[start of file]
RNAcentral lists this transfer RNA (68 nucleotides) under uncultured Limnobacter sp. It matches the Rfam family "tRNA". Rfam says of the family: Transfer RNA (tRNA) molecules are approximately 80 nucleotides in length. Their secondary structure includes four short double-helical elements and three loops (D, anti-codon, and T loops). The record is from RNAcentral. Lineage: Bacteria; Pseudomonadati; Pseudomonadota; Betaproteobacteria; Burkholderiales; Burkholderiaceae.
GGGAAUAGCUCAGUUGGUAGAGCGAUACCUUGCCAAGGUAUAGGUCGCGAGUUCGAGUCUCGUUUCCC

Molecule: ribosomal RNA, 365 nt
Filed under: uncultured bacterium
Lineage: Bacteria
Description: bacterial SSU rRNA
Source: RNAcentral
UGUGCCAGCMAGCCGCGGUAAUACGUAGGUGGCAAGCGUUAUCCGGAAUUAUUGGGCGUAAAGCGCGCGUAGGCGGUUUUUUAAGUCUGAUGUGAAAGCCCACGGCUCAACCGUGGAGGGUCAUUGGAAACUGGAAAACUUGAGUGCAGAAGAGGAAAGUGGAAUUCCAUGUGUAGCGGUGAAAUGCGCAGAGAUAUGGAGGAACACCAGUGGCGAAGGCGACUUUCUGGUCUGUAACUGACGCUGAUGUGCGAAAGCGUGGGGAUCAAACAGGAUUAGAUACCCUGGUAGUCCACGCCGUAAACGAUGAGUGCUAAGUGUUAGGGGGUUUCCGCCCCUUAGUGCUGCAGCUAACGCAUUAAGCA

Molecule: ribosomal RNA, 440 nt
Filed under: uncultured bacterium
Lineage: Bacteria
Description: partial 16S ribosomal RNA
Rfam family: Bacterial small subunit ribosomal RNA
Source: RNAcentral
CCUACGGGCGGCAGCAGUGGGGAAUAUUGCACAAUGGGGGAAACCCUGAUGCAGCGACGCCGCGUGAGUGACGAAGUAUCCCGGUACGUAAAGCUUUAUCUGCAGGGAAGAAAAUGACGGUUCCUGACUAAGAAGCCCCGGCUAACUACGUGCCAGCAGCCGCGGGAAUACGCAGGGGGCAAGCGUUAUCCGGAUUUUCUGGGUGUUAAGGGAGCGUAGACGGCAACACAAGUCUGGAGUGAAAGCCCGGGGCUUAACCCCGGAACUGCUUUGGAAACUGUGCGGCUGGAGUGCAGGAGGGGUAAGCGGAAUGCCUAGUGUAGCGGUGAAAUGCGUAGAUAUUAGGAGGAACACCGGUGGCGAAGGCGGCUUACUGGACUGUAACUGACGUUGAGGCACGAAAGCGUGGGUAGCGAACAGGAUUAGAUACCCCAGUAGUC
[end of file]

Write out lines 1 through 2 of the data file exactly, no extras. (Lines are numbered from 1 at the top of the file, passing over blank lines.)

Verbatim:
RNAcentral lists this transfer RNA (68 nucleotides) under uncultured Limnobacter sp. It matches the Rfam family "tRNA". Rfam says of the family: Transfer RNA (tRNA) molecules are approximately 80 nucleotides in length. Their secondary structure includes four short double-helical elements and three loops (D, anti-codon, and T loops). The record is from RNAcentral. Lineage: Bacteria; Pseudomonadati; Pseudomonadota; Betaproteobacteria; Burkholderiales; Burkholderiaceae.
GGGAAUAGCUCAGUUGGUAGAGCGAUACCUUGCCAAGGUAUAGGUCGCGAGUUCGAGUCUCGUUUCCC